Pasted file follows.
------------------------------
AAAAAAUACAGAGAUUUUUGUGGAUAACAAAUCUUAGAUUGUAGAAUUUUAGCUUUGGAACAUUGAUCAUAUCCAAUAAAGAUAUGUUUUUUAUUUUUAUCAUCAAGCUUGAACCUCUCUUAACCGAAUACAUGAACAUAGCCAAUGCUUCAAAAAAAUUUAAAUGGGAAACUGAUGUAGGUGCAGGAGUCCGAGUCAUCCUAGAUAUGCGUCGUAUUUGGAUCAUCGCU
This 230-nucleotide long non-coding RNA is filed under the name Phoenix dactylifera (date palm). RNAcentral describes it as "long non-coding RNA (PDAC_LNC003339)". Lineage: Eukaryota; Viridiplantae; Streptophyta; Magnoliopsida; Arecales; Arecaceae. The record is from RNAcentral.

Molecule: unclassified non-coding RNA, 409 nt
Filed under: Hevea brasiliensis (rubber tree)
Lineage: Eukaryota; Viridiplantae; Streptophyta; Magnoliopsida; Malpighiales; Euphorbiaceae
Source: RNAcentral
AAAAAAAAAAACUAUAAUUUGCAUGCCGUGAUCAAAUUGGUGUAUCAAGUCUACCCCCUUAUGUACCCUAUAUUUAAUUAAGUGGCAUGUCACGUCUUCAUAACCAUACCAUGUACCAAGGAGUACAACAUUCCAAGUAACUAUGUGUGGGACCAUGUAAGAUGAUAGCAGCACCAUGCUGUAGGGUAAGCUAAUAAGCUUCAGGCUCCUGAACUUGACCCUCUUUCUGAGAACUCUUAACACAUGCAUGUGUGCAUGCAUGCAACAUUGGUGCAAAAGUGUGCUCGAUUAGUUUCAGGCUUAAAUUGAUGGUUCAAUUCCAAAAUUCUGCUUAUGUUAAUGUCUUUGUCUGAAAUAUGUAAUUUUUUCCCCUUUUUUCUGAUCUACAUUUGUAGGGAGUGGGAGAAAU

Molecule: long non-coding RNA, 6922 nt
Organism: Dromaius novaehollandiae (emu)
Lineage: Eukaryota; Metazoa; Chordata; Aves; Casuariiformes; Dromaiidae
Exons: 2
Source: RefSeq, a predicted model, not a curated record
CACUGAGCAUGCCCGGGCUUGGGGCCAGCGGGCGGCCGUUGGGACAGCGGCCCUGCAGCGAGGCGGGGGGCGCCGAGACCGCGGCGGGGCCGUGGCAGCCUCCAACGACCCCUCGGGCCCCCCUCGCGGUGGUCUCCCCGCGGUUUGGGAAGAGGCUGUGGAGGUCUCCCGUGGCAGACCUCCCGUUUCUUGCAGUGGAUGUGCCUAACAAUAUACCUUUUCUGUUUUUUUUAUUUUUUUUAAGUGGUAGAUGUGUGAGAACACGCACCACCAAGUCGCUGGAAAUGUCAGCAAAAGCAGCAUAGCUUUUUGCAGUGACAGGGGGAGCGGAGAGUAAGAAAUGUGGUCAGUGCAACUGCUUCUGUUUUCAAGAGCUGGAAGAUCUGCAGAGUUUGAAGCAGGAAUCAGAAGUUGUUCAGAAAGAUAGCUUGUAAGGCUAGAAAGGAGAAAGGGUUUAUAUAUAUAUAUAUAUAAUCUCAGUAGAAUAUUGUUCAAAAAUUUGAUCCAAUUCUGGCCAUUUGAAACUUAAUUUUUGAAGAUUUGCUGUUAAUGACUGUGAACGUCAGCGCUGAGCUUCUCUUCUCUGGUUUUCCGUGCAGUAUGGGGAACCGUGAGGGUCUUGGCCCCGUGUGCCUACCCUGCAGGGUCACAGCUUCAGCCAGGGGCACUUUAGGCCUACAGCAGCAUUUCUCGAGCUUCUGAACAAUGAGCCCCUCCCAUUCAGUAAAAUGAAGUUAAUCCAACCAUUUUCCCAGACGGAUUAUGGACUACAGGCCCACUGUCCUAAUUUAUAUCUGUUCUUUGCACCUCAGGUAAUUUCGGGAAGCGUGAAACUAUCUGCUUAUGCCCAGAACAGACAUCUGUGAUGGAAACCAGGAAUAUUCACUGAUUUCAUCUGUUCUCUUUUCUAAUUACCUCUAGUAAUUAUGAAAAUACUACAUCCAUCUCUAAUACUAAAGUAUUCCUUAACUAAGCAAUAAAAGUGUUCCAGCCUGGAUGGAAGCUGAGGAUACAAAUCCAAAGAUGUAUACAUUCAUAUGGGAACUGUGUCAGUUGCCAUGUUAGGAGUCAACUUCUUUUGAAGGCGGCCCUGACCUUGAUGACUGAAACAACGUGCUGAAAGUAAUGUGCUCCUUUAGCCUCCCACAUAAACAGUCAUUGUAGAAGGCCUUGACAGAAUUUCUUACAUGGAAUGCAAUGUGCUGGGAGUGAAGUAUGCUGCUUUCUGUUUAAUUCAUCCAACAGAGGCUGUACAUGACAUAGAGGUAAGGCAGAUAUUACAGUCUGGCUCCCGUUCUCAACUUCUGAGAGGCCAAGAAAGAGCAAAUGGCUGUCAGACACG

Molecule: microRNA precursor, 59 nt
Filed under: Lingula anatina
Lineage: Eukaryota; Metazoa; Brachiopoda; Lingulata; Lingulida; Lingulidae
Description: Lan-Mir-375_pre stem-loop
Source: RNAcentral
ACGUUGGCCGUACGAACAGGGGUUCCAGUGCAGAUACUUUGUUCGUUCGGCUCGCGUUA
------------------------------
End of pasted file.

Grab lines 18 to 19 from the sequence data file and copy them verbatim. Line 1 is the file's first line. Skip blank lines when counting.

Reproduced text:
Source: RNAcentral
ACGUUGGCCGUACGAACAGGGGUUCCAGUGCAGAUACUUUGUUCGUUCGGCUCGCGUUA